with/without x 5% polyacrylic acld. 140 minutes-.. 140 minutes. Stabilizer Timetosetup at methanol (percentby 260 0. Washing We claim. l weight) 1. A composition OOIDPllSlIlg (A) 80 to 99.9% by Commundweight of a polymeric material having a resin component 8 None minutes Without containing 50-100% molar of units of an ethylenically h 11011811 95 t D 10 ggh dfldi, es 0 unsaturated mtnle and 050% molar of an ethylemcally 1 275styrene/ 75 minutes unsaturated monomer copolymerizable therewith and a methacryllc k Nacid copolymer. rubber component containing 40-l00% molar of at least one 50 minute with, L 2% phthalic 80 Inmates one con ugated 1,3 d1ene monomer and from 060% anhydride, 15 molar of at least one other ethylemcally unsaturated mon- 111 2% Styrene/ Did Q Set omer copolymerizable therewith using a free radical catmethacrylic 90 minutes. acid copolymer. alyst where the d1ene rubber comprlses at least 5% by weight of the polymeric material, and (B) 0.1 to

by weight of a stabilizer selected from the group con- 20 sisting of phthalic anhydride, naphthalic anhydride and EXAMPLE 4 their hydrogenated derivatives, polymeric anhydrides con- In this example the graft copolymer consisted of a taining 50-100% molar maleic anhydride and 050% substrate of polybutadiene and a superstrate of acrylomolar of an alkene, polymeric anhydrides of 50-100% nitrile/isobutene (70/30 molar) copolymer in approximolar acrylic and/or methacrylic acid and 0-50% molar mately equal proportions by weight. of another monoethylenically unsaturated monomer co- The resin phase was a random acrylonitrile/styrene polymerizable therewith, and corresponding polymeric (80/20 molar) copolymer. The blend contained 10% rubacids which lose water on heating to form the said polyber and was coagulatcd with a 1% aqueous aluminium meric anhydride.

sulphate solution at 75 C., and washed with water. No 2. A composition according to claim 1 in which the methanol was employed in the washing. Stabilizer was nitrile is a member of the group consisting of acryloniaded as described in Example 1 and the results are retrile and methacrylonitrile.

cordedinTable IV. 3. A composition according to claim 1 in which the polymeric material is a blend of the resin component and a graft copolymer which comprises said rubber compo- TABLE IV nent as a substrate and said resin component as a super- Time to set Strate- Stabilizer (Percent by Weight) up at C 4. A composition according to claim 1 m which the sta- Compoundbilizer is present in concentration between 0.5% and 10% n Nona 25minutes. by weight. 0 2% phthalic anhydride 35 minutes.

40 5. A composition according to claim 1 in which the stabilizer is phthalic anhydride.

6. A composition according to claim 1 in which the sta- EXAMPLE 5 bilizer is a homopolymer and/or a copolymer of meth- Blends of graft copolymers and resins were prepared acrylic acid as described in Example 1, except for compounds w and accorqmg to damn I m which the stax which were coagulated with ethanol, and stabilizers blhzer T' F anhydnd? P- were added by the method described for compounds b A composltlon accordmg to clam m the form of and f of Exam 1e Th r sults obtain d n in a moulded article.

P e e e are give 9. A composition according to claim 8 in which the T bl V W a dVII.

a es n moulded article is a bottle.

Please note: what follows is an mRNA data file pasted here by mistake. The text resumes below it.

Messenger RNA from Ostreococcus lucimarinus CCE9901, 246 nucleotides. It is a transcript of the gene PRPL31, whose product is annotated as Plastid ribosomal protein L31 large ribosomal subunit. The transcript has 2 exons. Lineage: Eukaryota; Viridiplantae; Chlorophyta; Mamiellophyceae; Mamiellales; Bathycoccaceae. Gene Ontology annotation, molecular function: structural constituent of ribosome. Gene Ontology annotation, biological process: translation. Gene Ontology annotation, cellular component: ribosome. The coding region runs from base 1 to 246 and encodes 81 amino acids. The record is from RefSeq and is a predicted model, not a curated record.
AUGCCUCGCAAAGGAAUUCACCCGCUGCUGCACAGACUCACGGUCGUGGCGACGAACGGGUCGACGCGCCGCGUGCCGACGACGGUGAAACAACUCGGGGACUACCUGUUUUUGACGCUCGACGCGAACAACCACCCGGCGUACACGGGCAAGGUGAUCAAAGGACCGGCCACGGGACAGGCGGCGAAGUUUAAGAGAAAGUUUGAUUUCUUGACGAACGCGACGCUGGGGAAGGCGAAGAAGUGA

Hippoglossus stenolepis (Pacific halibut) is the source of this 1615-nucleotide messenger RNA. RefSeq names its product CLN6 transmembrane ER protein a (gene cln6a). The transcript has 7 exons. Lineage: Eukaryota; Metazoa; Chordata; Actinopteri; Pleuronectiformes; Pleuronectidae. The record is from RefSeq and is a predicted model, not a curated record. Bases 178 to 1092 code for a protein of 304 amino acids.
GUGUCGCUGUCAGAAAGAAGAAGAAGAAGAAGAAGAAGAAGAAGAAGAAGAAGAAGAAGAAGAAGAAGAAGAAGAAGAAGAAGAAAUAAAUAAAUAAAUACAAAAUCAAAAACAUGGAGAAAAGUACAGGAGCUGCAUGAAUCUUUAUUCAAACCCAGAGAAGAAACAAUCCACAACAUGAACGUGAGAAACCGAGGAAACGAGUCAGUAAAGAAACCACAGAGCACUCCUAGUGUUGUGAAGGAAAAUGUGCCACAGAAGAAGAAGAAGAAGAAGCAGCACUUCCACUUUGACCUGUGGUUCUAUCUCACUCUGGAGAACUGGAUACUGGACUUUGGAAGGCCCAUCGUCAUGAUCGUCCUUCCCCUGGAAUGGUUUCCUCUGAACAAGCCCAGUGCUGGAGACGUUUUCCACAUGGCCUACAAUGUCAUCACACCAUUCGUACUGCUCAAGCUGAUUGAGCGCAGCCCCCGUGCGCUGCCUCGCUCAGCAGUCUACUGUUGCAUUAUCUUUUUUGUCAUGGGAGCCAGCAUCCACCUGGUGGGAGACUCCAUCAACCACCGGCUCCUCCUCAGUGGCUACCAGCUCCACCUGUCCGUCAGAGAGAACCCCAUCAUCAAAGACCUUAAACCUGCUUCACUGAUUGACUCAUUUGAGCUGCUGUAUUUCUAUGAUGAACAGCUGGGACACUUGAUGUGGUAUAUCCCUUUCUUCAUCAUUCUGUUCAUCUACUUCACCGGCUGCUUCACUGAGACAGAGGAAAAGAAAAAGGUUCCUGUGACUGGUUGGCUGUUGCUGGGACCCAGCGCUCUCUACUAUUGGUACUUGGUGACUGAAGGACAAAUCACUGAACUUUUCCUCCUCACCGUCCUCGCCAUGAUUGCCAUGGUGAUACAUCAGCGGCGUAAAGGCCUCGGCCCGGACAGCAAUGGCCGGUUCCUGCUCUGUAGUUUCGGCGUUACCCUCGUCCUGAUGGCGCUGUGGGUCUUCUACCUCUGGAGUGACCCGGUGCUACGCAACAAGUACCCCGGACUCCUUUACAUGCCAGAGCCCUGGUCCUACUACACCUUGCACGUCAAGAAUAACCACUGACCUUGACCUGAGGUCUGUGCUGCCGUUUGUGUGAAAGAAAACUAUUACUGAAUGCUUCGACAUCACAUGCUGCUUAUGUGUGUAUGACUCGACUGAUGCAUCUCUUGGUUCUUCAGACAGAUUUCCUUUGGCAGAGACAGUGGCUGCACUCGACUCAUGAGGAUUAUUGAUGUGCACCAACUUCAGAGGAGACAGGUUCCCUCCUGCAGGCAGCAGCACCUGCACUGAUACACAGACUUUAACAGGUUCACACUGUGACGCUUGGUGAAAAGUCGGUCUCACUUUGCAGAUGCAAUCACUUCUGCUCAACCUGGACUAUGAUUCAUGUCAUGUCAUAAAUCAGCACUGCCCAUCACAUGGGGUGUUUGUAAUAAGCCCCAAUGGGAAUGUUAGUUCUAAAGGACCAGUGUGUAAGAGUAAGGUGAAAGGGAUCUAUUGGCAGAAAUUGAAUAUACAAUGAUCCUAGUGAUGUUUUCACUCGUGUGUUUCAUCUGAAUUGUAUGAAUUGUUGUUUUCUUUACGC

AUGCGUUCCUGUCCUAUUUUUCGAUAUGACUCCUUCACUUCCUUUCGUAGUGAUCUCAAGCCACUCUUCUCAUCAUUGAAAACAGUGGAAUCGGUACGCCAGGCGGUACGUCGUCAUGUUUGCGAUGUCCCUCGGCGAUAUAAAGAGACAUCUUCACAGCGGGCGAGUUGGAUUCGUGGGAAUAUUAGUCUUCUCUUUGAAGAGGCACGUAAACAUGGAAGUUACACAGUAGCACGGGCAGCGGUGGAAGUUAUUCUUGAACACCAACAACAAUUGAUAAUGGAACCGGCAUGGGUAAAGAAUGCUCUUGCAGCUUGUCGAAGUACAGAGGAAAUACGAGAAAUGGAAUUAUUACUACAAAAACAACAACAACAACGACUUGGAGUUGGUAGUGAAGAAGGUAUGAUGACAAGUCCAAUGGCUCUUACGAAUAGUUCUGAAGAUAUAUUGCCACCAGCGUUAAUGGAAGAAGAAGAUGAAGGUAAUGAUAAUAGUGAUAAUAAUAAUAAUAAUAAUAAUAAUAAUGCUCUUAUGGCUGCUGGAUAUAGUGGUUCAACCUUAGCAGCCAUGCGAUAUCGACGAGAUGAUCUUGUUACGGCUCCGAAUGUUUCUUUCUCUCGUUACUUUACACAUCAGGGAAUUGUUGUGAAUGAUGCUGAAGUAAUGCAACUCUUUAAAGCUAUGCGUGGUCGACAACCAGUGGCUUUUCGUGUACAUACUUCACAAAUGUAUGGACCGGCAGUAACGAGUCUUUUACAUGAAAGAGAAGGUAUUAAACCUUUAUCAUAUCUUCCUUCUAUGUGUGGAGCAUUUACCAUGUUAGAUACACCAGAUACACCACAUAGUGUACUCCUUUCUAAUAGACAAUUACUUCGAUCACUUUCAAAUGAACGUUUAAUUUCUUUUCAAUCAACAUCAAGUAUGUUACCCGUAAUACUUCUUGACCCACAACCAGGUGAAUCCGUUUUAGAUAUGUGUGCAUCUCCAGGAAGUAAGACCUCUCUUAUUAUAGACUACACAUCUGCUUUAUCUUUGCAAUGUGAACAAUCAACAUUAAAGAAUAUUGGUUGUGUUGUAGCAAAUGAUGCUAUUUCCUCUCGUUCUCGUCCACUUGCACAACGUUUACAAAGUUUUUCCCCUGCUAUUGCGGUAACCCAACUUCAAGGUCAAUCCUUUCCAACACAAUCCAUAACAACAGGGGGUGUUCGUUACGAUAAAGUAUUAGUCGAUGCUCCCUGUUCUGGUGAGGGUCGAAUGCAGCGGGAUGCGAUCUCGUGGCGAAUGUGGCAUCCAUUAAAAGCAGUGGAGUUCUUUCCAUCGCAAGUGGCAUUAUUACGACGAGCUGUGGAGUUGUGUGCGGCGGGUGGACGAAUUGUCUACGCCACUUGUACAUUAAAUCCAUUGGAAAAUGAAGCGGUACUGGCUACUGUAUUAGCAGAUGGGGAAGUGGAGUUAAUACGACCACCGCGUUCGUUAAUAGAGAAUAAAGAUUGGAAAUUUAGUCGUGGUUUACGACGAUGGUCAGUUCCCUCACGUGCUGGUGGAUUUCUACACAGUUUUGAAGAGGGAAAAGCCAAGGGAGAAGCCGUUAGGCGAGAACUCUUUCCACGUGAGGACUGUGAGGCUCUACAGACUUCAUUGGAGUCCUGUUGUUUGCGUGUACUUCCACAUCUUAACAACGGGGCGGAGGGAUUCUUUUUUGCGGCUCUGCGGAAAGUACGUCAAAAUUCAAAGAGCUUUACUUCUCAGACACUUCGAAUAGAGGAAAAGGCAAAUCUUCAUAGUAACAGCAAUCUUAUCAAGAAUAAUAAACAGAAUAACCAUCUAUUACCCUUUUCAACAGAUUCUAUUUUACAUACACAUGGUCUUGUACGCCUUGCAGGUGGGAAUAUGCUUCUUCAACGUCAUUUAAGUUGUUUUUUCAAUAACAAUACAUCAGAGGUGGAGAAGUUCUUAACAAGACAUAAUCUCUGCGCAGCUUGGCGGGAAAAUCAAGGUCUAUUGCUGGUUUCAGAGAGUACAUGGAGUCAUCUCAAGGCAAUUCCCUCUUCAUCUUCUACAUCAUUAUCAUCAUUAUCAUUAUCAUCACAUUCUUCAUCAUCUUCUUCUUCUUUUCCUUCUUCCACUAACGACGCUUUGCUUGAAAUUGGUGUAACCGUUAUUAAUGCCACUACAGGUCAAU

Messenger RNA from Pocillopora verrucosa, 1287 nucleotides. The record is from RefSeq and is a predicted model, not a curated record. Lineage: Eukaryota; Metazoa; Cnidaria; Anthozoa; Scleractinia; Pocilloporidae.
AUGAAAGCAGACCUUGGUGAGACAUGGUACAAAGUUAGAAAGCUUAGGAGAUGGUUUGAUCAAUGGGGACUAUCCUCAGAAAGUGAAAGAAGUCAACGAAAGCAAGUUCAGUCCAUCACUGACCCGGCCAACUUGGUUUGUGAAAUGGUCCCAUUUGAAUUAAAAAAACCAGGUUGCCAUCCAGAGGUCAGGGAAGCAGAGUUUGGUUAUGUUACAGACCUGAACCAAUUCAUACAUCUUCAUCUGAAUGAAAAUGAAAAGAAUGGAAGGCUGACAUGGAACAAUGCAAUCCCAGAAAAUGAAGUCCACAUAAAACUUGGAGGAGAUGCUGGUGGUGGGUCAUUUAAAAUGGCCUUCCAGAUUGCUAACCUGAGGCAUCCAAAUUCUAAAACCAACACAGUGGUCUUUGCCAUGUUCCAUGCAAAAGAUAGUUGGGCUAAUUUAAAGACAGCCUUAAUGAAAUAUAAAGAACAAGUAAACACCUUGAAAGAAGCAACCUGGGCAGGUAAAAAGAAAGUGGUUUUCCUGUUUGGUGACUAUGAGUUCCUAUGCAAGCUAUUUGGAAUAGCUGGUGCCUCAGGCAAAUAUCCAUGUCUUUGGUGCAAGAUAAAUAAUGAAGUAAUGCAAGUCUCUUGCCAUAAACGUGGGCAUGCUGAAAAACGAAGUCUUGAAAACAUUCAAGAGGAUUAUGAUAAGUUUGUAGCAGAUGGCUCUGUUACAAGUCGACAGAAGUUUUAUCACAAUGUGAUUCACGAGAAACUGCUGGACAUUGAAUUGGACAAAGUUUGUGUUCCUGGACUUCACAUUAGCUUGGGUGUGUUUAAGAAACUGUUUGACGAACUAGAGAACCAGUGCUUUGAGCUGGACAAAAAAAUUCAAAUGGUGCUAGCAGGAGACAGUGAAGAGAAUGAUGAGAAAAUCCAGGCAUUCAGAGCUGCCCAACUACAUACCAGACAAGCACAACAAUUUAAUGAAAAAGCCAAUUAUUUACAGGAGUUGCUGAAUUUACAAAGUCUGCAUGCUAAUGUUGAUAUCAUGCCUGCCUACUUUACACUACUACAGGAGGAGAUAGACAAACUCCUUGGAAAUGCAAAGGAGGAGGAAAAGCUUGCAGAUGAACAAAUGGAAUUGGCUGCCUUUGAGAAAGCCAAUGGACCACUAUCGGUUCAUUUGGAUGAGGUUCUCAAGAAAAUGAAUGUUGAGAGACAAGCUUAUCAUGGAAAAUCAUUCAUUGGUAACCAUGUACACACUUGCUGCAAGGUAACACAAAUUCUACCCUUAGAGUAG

10. A composition according to claim 1 in the form of TABLE v a film.

Time to References Cited gg g ggg y $333 93 gggggg g UNITED STATES PATENTS Compound- 2,841,569 7/1958 Rugg et a1 260 45.7 p None minutes--.--.-- 60111111111285. Lee gf gg ggg ig 3,352,820 11/1967 Bawn 260-45.75 666 616. (53:50 3,222,422 12/1965 Cohen 260 876 3,231,524 1/1966 Simpson 260 2.s 5.133? gmmutsw 60 3,442,980 5/1969 Grabowski Z60--880 gg g g ggg g ifl 3,489,821 1/1970 Witt et al. 260-876 men 3,549,725 12/1970 Rose et al. 260876 t.....-.:;:;:. fi7glsltlhfilglglfifilglio. 100 minutes.-. 100 minutes. 499 3/1970 Weitzel et a]. 260 876 me? p 3,314,914 4/1967 Suling et a1. 260-322 2,675,370 4/1954 Barrett 260 78.5 2,971,939 2/1961 Baer 260-785 TABLE VI 3,642,949 2/1972 Stafiord et a1. 260876 Time to 3,671,607 6/1972 Lee 260876 Stabilizer (percent Time to set become brown ,242,135 3/ 1966 Bown et al. 260-4535 by weight) up at 260 C. at 260 C. Compound- DONALD E. CZAJA, Primary Examiner ll-...'.. iiifliy r en'ejgati 390 113533651; gifiiifilts. WHITE Assistant Examiner $631353? US. 01. m1.

Referenced by
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US3954913 *Jan 6, 1975May 4, 1976The Standard Oil CompanyStabilized nitrile polymers
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US4387191 *Mar 25, 1982Jun 7, 1983Monsanto CompanyHeat stabilized polymers
US4415690 *May 17, 1982Nov 15, 1983The Goodyear Tire & Rubber CompanySuccinic anhydride derivatives as a scorch inhibitor for carboxylated rubbers
US4433086 *Dec 18, 1981Feb 21, 1984Monsanto CompanyHeat stabilized polymers
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US7014797Dec 31, 2002Mar 21, 2006Milliken & CompanyCompounds are generally polymeric in nature including various chain lengths of polyoxyalkylenes thereon and are liquid to facilitate handling and introduction within target media; packaging
US7094820Nov 5, 2002Aug 22, 2006Milliken & CompanyPolymer additive compositions comprising highly versatile thermoplastic nucleators
US7094918Apr 28, 2003Aug 22, 2006Milliken & CompanyLow-color ultraviolet absorbers for thermoplastic and thermoset high UV wavelength protection applications
US7144939Jul 29, 2003Dec 5, 2006Milliken & CompanyUsing metal salt of cyclohexanedicarboxylic acid; molding material
US7332536May 28, 2004Feb 19, 2008Milliken & CompanyMetal salts of hexahydrophthalic acid as nucleating additives for crystalline thermoplastics
DE2559356A1 *Dec 31, 1975Jul 8, 1976Standard Oil Co OhioStabilisierte nitrilpolymerisate und verfahren zu ihrer herstellung
Classifications
U.S. Classification524/112, 524/109, 525/74, 524/110, 525/78, 524/521
International ClassificationC08L51/04, C08F279/02, C08L33/20, C08K5/1539
Cooperative ClassificationC08L51/04, C08K5/1539, C08L33/20, C08F279/02
European ClassificationC08K5/1539, C08F279/02, C08L33/20, C08L51/04